On appeal from the Supreme Court, whose opinion is reported in 133 N.J.L. 428.
For the plaintiffs in error, Frederic M. P. Pearse and Julius Lichtenstein.
For the defendant in error, Walter D. Van Riper, Attorney-General, James R. Giuliano and William P. Gannon, Deputy Attorneys-General.
The opinion of the court was delivered by
HEHER, J. The judgment is affirmed, for the reasons expressed in the opinion of Mr. Justice Parker for the Supreme Court. But, in view of the insistence of plaintiffs in error on the oral argument and in the brief that their fundamental rights have been invaded, we shall treat the particular points in some detail.
It is urged that the count of the indictment upon which the judgment was entered, although it charges that the accused "wilfully and unlawfully did make and take what is commonly known as a book, upon the running of horses, mares and geldings," fails to charge a crime denounced by R.S. 2:135-3, in that the phrase "to make and take a book" is not "so commonly understood as to be self-explanatory," and the allegation is therefore wanting, in the clarity and certainty of statement requisite to apprize the accused of the offense they are called upon to meet, and the affirmance of the judgment of conviction would serve to deprive them of their constitutional right of pleading former jeopardy "if indicted and tried for any of the other acts relating to betting on horse racing which are forbidden by the statute;" and that, while the proofs "indicate that some form of betting on horse races was carried on in the house in Hoboken," there is no evidence tending to establish that the "particular conduct" was "bookmaking as that word was understood at the time of the enactment of the statute," and thus there was error in the denial of the motions to direct a verdict of acquittal.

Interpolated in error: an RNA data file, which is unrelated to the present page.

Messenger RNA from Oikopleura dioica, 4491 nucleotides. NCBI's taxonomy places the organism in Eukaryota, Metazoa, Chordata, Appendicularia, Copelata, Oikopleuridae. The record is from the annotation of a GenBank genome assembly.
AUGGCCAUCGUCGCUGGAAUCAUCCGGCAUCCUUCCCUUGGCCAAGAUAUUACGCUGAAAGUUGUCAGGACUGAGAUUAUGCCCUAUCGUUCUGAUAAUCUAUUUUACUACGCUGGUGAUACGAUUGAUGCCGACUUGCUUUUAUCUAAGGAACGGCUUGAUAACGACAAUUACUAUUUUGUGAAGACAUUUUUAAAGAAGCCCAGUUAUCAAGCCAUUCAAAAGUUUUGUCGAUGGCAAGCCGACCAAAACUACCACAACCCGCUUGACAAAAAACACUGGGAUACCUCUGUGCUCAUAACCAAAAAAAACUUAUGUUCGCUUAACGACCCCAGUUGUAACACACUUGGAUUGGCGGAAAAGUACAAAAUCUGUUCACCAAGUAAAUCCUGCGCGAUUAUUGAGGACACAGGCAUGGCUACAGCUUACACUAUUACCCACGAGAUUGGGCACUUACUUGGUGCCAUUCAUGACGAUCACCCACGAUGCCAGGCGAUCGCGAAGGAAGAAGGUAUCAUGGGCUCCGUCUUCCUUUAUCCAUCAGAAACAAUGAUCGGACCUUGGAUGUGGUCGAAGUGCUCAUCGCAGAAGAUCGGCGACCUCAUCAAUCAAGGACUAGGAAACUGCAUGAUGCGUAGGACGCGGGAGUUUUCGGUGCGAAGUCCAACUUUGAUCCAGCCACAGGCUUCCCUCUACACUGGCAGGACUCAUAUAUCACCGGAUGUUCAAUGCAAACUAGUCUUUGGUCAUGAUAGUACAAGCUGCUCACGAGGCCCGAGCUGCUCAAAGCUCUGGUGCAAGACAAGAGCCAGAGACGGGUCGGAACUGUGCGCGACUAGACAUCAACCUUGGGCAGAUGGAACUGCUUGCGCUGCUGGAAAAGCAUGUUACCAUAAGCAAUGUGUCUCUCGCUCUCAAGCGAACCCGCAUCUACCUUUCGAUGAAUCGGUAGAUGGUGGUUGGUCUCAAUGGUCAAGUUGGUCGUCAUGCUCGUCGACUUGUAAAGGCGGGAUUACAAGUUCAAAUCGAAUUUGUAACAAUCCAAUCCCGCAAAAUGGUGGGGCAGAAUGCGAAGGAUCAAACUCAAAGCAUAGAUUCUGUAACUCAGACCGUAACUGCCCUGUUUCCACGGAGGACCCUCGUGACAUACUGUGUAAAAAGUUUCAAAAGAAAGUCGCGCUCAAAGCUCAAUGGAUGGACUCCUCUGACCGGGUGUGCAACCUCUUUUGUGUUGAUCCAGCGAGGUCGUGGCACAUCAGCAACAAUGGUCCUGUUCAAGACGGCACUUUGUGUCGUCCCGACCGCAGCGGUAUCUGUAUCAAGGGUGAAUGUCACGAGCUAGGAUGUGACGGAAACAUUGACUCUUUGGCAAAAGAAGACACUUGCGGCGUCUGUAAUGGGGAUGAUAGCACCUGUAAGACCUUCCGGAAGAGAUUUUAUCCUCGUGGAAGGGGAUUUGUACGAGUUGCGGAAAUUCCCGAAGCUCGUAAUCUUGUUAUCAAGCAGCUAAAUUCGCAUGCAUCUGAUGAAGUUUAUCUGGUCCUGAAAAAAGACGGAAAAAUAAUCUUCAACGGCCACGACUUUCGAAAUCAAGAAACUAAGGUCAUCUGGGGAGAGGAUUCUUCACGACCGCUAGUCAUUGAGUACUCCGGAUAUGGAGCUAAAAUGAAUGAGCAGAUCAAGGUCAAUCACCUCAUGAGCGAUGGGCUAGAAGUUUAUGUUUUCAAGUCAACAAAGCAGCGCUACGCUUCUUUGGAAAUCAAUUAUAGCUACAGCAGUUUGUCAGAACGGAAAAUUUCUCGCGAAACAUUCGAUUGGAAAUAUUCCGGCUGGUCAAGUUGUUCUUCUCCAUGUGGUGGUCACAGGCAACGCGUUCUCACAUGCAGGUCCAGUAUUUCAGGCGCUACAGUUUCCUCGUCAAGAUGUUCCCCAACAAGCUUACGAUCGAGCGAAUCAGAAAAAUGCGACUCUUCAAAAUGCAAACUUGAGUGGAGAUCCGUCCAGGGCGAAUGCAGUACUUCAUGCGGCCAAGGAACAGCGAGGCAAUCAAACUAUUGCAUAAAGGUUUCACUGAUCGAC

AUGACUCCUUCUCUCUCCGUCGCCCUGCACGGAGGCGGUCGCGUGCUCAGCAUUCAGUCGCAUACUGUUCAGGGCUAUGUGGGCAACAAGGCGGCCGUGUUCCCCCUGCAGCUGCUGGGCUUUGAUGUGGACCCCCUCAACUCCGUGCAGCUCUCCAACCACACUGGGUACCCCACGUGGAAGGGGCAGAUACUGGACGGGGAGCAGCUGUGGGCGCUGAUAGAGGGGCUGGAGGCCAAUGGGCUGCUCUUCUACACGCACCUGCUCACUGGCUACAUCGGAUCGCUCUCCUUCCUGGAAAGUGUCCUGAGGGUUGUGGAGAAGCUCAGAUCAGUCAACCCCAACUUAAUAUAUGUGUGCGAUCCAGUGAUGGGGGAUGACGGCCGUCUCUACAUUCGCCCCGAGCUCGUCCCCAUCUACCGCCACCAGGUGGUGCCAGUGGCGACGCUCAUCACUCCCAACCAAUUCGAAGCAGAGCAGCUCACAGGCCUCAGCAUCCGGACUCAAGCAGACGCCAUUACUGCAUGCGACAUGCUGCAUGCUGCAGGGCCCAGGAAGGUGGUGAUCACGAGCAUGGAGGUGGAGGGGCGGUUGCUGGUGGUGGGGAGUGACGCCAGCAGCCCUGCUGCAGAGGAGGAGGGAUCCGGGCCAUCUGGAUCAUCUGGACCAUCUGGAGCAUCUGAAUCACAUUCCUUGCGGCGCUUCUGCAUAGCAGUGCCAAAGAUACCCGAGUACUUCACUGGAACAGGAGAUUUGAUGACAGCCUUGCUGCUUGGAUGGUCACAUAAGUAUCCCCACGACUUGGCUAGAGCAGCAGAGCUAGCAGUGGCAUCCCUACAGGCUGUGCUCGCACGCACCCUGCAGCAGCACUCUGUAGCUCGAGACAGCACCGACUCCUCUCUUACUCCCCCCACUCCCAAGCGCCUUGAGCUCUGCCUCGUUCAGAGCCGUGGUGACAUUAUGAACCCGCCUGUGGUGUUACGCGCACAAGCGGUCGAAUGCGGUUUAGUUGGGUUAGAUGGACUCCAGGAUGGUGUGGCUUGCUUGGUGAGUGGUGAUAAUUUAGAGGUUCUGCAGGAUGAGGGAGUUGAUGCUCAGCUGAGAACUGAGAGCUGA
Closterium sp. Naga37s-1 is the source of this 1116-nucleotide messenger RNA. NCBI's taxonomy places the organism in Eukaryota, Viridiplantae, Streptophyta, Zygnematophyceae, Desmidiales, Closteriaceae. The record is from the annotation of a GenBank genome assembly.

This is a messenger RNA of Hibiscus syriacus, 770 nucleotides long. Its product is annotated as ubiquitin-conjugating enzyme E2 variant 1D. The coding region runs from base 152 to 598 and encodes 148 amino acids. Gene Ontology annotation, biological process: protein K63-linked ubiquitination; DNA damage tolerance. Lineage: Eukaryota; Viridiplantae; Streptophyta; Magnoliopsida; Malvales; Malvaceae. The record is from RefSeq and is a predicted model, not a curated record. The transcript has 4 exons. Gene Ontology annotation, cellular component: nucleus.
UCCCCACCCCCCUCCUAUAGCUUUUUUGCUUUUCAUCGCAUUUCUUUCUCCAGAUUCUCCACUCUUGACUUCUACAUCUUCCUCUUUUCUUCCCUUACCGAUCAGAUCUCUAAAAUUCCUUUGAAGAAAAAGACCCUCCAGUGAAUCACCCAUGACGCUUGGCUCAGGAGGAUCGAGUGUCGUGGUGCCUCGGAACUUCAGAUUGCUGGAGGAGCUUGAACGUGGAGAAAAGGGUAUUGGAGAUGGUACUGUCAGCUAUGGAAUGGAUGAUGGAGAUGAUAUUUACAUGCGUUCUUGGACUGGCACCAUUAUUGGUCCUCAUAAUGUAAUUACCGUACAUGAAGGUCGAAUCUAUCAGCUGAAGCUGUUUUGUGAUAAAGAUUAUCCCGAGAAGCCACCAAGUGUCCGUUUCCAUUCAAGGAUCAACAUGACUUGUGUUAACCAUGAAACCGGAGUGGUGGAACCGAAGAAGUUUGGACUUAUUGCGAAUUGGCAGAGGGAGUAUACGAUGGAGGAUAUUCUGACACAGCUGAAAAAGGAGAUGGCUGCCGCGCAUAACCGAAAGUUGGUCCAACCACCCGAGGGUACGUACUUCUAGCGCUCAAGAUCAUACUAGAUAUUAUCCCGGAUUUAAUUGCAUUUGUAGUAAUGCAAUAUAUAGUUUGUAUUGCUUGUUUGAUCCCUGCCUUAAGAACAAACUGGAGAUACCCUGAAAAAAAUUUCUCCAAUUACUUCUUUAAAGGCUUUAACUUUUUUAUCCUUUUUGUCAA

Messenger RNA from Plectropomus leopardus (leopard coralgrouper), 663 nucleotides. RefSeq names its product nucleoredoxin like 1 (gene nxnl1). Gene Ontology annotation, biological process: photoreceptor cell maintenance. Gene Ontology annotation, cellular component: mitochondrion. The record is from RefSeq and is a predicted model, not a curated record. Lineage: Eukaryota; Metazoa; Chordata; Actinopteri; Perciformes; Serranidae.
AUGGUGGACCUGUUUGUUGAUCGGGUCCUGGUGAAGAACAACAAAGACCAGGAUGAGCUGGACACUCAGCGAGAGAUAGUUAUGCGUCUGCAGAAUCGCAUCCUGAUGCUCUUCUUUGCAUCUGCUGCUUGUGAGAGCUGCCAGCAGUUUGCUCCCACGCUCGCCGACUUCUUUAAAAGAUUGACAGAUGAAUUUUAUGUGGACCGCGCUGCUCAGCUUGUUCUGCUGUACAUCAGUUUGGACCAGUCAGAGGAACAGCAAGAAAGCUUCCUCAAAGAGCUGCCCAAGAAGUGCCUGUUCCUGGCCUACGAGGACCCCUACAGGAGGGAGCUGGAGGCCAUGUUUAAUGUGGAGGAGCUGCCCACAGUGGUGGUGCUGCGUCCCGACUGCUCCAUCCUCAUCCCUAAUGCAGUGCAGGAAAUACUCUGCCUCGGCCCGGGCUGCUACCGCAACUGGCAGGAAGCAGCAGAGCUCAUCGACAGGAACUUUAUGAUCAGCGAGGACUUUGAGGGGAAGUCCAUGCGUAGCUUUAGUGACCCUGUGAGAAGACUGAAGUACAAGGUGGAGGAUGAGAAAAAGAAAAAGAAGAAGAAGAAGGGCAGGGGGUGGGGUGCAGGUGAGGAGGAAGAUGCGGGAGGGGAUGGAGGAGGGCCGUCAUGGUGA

Certainty of description of the offense charged is a prime requisite of an indictment. This requirement that the alleged criminal act be laid in certain and identifiable form is grounded in the accused's right to such specification of the accusation as may be needful for the preparation of his defense and the interposition of a plea of autrefois convict or autrefois acquit in the event of a further prosecution for the same offense. The accused has a constitutional right "to be informed of the nature and cause of the accusation" levelled against him. State Constitution, article I, paragraph 8. It is a corollary of this principle that an offense may be charged in the words of the statute, if the statute describes it in terms that in themselves import with certainty the elements of the offense, and thus the allegation satisfies the accused's fundamental rights. The statutory language need be supplemented only where necessary to particularize and identify the offense
that would otherwise be indefinite and uncertain because of the generality of the statutory language. Linden Park Horse Association v. State, 55 N.J.L. 557; State v. Schmid, 57 Id. 625; State v. Spear, 63 Id. 179; State v. Caporale, 85 Id. 495; State v. Morris, 98 Id. 621; affirmed, 99 Id. 526; Levine v. State, 110 Id. 467; State v. Tuzenew, 15 N.J. Mis. R. 584; affirmed, sub nomine State v. Suckow, 120 N.J.L. 190; State v. Lewandowski, 121 Id. 612; State v. Lisena, 131 Id. 48.